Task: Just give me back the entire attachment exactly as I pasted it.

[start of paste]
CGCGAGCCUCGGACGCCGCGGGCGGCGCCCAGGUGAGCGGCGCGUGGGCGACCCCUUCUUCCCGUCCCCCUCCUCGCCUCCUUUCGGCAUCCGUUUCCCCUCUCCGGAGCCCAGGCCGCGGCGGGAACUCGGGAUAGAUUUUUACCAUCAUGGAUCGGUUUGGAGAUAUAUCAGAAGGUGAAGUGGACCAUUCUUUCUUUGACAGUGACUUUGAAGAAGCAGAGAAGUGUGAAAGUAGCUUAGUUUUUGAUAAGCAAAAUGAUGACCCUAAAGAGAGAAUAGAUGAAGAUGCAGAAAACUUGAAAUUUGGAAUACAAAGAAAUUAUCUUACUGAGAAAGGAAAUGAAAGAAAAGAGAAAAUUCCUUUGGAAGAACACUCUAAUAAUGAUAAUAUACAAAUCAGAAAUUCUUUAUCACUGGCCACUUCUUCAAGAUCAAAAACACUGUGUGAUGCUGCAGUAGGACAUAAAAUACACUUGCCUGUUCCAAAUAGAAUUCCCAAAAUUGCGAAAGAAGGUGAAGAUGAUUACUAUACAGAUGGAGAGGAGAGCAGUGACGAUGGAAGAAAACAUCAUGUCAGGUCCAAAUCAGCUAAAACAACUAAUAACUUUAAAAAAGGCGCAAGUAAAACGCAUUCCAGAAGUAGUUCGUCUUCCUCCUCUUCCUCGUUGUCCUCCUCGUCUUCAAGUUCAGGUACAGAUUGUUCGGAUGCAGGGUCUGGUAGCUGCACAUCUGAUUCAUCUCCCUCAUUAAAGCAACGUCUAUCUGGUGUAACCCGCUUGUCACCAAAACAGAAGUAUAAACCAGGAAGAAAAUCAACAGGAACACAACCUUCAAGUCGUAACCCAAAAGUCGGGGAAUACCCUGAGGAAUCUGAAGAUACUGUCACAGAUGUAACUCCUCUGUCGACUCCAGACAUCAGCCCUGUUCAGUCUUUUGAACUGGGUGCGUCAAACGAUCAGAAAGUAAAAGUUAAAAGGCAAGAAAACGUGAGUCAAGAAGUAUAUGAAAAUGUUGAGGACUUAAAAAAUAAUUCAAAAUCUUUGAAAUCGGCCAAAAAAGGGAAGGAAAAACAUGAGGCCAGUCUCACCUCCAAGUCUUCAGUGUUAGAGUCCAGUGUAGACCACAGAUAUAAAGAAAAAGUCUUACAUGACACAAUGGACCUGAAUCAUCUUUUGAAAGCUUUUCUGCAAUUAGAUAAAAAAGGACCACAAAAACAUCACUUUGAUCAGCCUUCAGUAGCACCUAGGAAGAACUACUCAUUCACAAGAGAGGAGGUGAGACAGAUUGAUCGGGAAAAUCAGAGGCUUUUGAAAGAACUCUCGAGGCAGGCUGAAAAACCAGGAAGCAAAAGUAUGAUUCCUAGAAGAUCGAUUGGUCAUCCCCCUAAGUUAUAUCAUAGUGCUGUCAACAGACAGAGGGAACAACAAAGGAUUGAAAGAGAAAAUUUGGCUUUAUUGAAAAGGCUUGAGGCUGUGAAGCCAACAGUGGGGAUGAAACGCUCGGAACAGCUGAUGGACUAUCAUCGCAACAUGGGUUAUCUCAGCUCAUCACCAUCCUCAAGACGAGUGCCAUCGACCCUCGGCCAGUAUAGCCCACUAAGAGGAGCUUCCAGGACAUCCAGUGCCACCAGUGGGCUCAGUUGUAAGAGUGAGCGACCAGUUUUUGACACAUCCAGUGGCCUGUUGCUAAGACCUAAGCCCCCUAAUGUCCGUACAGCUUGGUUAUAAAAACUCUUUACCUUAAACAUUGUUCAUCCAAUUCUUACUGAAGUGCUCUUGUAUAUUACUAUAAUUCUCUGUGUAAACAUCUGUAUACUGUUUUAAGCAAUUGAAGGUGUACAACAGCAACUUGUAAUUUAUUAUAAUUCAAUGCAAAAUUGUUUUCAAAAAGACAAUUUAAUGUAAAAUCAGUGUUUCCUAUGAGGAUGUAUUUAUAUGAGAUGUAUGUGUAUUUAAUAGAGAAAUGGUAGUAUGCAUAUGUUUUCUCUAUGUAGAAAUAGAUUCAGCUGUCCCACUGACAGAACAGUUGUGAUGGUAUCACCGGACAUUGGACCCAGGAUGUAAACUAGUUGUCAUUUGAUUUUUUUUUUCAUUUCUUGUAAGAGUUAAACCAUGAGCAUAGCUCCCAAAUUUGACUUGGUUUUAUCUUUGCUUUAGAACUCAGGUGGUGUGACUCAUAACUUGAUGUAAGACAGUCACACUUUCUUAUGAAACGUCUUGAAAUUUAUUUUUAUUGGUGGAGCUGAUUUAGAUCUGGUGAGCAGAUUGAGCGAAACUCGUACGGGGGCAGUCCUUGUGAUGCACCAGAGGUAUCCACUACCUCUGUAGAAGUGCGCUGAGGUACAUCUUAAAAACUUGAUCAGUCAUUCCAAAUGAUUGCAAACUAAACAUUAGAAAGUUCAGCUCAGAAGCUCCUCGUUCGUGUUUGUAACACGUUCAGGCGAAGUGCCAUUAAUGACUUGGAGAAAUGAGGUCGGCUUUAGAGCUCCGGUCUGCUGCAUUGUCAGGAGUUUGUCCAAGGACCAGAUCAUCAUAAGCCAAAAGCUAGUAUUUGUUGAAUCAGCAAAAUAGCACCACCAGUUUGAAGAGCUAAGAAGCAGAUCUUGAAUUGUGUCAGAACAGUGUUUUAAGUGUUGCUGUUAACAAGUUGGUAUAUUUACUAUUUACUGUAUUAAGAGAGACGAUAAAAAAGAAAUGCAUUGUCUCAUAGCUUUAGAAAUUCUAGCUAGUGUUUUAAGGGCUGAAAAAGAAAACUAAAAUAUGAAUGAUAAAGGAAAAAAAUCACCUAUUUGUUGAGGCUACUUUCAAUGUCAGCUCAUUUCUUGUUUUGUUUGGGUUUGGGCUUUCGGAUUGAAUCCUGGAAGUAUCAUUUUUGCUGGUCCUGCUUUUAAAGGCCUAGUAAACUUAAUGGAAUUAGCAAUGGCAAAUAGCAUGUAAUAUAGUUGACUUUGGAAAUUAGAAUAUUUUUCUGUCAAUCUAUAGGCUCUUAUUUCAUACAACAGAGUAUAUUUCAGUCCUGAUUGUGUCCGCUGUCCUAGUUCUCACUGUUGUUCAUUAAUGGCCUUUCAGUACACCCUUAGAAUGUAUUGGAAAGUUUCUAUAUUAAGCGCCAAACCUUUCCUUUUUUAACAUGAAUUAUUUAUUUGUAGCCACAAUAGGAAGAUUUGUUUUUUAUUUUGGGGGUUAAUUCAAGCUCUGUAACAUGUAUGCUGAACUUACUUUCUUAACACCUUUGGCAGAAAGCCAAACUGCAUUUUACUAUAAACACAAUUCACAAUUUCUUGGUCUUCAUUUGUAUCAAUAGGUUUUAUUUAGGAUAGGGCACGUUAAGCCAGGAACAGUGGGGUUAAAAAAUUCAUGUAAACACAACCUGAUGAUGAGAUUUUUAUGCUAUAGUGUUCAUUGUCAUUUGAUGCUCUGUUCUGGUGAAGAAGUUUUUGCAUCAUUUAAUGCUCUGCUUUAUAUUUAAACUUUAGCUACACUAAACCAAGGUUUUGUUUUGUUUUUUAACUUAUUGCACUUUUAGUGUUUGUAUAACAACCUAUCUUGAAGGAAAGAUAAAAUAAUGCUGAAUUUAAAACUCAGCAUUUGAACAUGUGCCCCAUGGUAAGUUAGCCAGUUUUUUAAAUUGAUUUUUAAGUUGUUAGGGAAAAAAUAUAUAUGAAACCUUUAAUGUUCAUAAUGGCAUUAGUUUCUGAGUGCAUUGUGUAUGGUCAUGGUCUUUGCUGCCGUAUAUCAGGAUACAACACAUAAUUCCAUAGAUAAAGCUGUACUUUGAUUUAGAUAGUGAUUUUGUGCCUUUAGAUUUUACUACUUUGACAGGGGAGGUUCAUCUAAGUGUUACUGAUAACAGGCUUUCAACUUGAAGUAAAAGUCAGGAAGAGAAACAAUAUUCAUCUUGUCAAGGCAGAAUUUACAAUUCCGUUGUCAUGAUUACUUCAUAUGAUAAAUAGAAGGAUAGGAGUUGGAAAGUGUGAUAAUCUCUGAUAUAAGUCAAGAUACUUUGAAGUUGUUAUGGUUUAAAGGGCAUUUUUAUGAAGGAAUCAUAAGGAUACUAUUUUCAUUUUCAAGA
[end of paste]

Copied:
CGCGAGCCUCGGACGCCGCGGGCGGCGCCCAGGUGAGCGGCGCGUGGGCGACCCCUUCUUCCCGUCCCCCUCCUCGCCUCCUUUCGGCAUCCGUUUCCCCUCUCCGGAGCCCAGGCCGCGGCGGGAACUCGGGAUAGAUUUUUACCAUCAUGGAUCGGUUUGGAGAUAUAUCAGAAGGUGAAGUGGACCAUUCUUUCUUUGACAGUGACUUUGAAGAAGCAGAGAAGUGUGAAAGUAGCUUAGUUUUUGAUAAGCAAAAUGAUGACCCUAAAGAGAGAAUAGAUGAAGAUGCAGAAAACUUGAAAUUUGGAAUACAAAGAAAUUAUCUUACUGAGAAAGGAAAUGAAAGAAAAGAGAAAAUUCCUUUGGAAGAACACUCUAAUAAUGAUAAUAUACAAAUCAGAAAUUCUUUAUCACUGGCCACUUCUUCAAGAUCAAAAACACUGUGUGAUGCUGCAGUAGGACAUAAAAUACACUUGCCUGUUCCAAAUAGAAUUCCCAAAAUUGCGAAAGAAGGUGAAGAUGAUUACUAUACAGAUGGAGAGGAGAGCAGUGACGAUGGAAGAAAACAUCAUGUCAGGUCCAAAUCAGCUAAAACAACUAAUAACUUUAAAAAAGGCGCAAGUAAAACGCAUUCCAGAAGUAGUUCGUCUUCCUCCUCUUCCUCGUUGUCCUCCUCGUCUUCAAGUUCAGGUACAGAUUGUUCGGAUGCAGGGUCUGGUAGCUGCACAUCUGAUUCAUCUCCCUCAUUAAAGCAACGUCUAUCUGGUGUAACCCGCUUGUCACCAAAACAGAAGUAUAAACCAGGAAGAAAAUCAACAGGAACACAACCUUCAAGUCGUAACCCAAAAGUCGGGGAAUACCCUGAGGAAUCUGAAGAUACUGUCACAGAUGUAACUCCUCUGUCGACUCCAGACAUCAGCCCUGUUCAGUCUUUUGAACUGGGUGCGUCAAACGAUCAGAAAGUAAAAGUUAAAAGGCAAGAAAACGUGAGUCAAGAAGUAUAUGAAAAUGUUGAGGACUUAAAAAAUAAUUCAAAAUCUUUGAAAUCGGCCAAAAAAGGGAAGGAAAAACAUGAGGCCAGUCUCACCUCCAAGUCUUCAGUGUUAGAGUCCAGUGUAGACCACAGAUAUAAAGAAAAAGUCUUACAUGACACAAUGGACCUGAAUCAUCUUUUGAAAGCUUUUCUGCAAUUAGAUAAAAAAGGACCACAAAAACAUCACUUUGAUCAGCCUUCAGUAGCACCUAGGAAGAACUACUCAUUCACAAGAGAGGAGGUGAGACAGAUUGAUCGGGAAAAUCAGAGGCUUUUGAAAGAACUCUCGAGGCAGGCUGAAAAACCAGGAAGCAAAAGUAUGAUUCCUAGAAGAUCGAUUGGUCAUCCCCCUAAGUUAUAUCAUAGUGCUGUCAACAGACAGAGGGAACAACAAAGGAUUGAAAGAGAAAAUUUGGCUUUAUUGAAAAGGCUUGAGGCUGUGAAGCCAACAGUGGGGAUGAAACGCUCGGAACAGCUGAUGGACUAUCAUCGCAACAUGGGUUAUCUCAGCUCAUCACCAUCCUCAAGACGAGUGCCAUCGACCCUCGGCCAGUAUAGCCCACUAAGAGGAGCUUCCAGGACAUCCAGUGCCACCAGUGGGCUCAGUUGUAAGAGUGAGCGACCAGUUUUUGACACAUCCAGUGGCCUGUUGCUAAGACCUAAGCCCCCUAAUGUCCGUACAGCUUGGUUAUAAAAACUCUUUACCUUAAACAUUGUUCAUCCAAUUCUUACUGAAGUGCUCUUGUAUAUUACUAUAAUUCUCUGUGUAAACAUCUGUAUACUGUUUUAAGCAAUUGAAGGUGUACAACAGCAACUUGUAAUUUAUUAUAAUUCAAUGCAAAAUUGUUUUCAAAAAGACAAUUUAAUGUAAAAUCAGUGUUUCCUAUGAGGAUGUAUUUAUAUGAGAUGUAUGUGUAUUUAAUAGAGAAAUGGUAGUAUGCAUAUGUUUUCUCUAUGUAGAAAUAGAUUCAGCUGUCCCACUGACAGAACAGUUGUGAUGGUAUCACCGGACAUUGGACCCAGGAUGUAAACUAGUUGUCAUUUGAUUUUUUUUUUCAUUUCUUGUAAGAGUUAAACCAUGAGCAUAGCUCCCAAAUUUGACUUGGUUUUAUCUUUGCUUUAGAACUCAGGUGGUGUGACUCAUAACUUGAUGUAAGACAGUCACACUUUCUUAUGAAACGUCUUGAAAUUUAUUUUUAUUGGUGGAGCUGAUUUAGAUCUGGUGAGCAGAUUGAGCGAAACUCGUACGGGGGCAGUCCUUGUGAUGCACCAGAGGUAUCCACUACCUCUGUAGAAGUGCGCUGAGGUACAUCUUAAAAACUUGAUCAGUCAUUCCAAAUGAUUGCAAACUAAACAUUAGAAAGUUCAGCUCAGAAGCUCCUCGUUCGUGUUUGUAACACGUUCAGGCGAAGUGCCAUUAAUGACUUGGAGAAAUGAGGUCGGCUUUAGAGCUCCGGUCUGCUGCAUUGUCAGGAGUUUGUCCAAGGACCAGAUCAUCAUAAGCCAAAAGCUAGUAUUUGUUGAAUCAGCAAAAUAGCACCACCAGUUUGAAGAGCUAAGAAGCAGAUCUUGAAUUGUGUCAGAACAGUGUUUUAAGUGUUGCUGUUAACAAGUUGGUAUAUUUACUAUUUACUGUAUUAAGAGAGACGAUAAAAAAGAAAUGCAUUGUCUCAUAGCUUUAGAAAUUCUAGCUAGUGUUUUAAGGGCUGAAAAAGAAAACUAAAAUAUGAAUGAUAAAGGAAAAAAAUCACCUAUUUGUUGAGGCUACUUUCAAUGUCAGCUCAUUUCUUGUUUUGUUUGGGUUUGGGCUUUCGGAUUGAAUCCUGGAAGUAUCAUUUUUGCUGGUCCUGCUUUUAAAGGCCUAGUAAACUUAAUGGAAUUAGCAAUGGCAAAUAGCAUGUAAUAUAGUUGACUUUGGAAAUUAGAAUAUUUUUCUGUCAAUCUAUAGGCUCUUAUUUCAUACAACAGAGUAUAUUUCAGUCCUGAUUGUGUCCGCUGUCCUAGUUCUCACUGUUGUUCAUUAAUGGCCUUUCAGUACACCCUUAGAAUGUAUUGGAAAGUUUCUAUAUUAAGCGCCAAACCUUUCCUUUUUUAACAUGAAUUAUUUAUUUGUAGCCACAAUAGGAAGAUUUGUUUUUUAUUUUGGGGGUUAAUUCAAGCUCUGUAACAUGUAUGCUGAACUUACUUUCUUAACACCUUUGGCAGAAAGCCAAACUGCAUUUUACUAUAAACACAAUUCACAAUUUCUUGGUCUUCAUUUGUAUCAAUAGGUUUUAUUUAGGAUAGGGCACGUUAAGCCAGGAACAGUGGGGUUAAAAAAUUCAUGUAAACACAACCUGAUGAUGAGAUUUUUAUGCUAUAGUGUUCAUUGUCAUUUGAUGCUCUGUUCUGGUGAAGAAGUUUUUGCAUCAUUUAAUGCUCUGCUUUAUAUUUAAACUUUAGCUACACUAAACCAAGGUUUUGUUUUGUUUUUUAACUUAUUGCACUUUUAGUGUUUGUAUAACAACCUAUCUUGAAGGAAAGAUAAAAUAAUGCUGAAUUUAAAACUCAGCAUUUGAACAUGUGCCCCAUGGUAAGUUAGCCAGUUUUUUAAAUUGAUUUUUAAGUUGUUAGGGAAAAAAUAUAUAUGAAACCUUUAAUGUUCAUAAUGGCAUUAGUUUCUGAGUGCAUUGUGUAUGGUCAUGGUCUUUGCUGCCGUAUAUCAGGAUACAACACAUAAUUCCAUAGAUAAAGCUGUACUUUGAUUUAGAUAGUGAUUUUGUGCCUUUAGAUUUUACUACUUUGACAGGGGAGGUUCAUCUAAGUGUUACUGAUAACAGGCUUUCAACUUGAAGUAAAAGUCAGGAAGAGAAACAAUAUUCAUCUUGUCAAGGCAGAAUUUACAAUUCCGUUGUCAUGAUUACUUCAUAUGAUAAAUAGAAGGAUAGGAGUUGGAAAGUGUGAUAAUCUCUGAUAUAAGUCAAGAUACUUUGAAGUUGUUAUGGUUUAAAGGGCAUUUUUAUGAAGGAAUCAUAAGGAUACUAUUUUCAUUUUCAAGA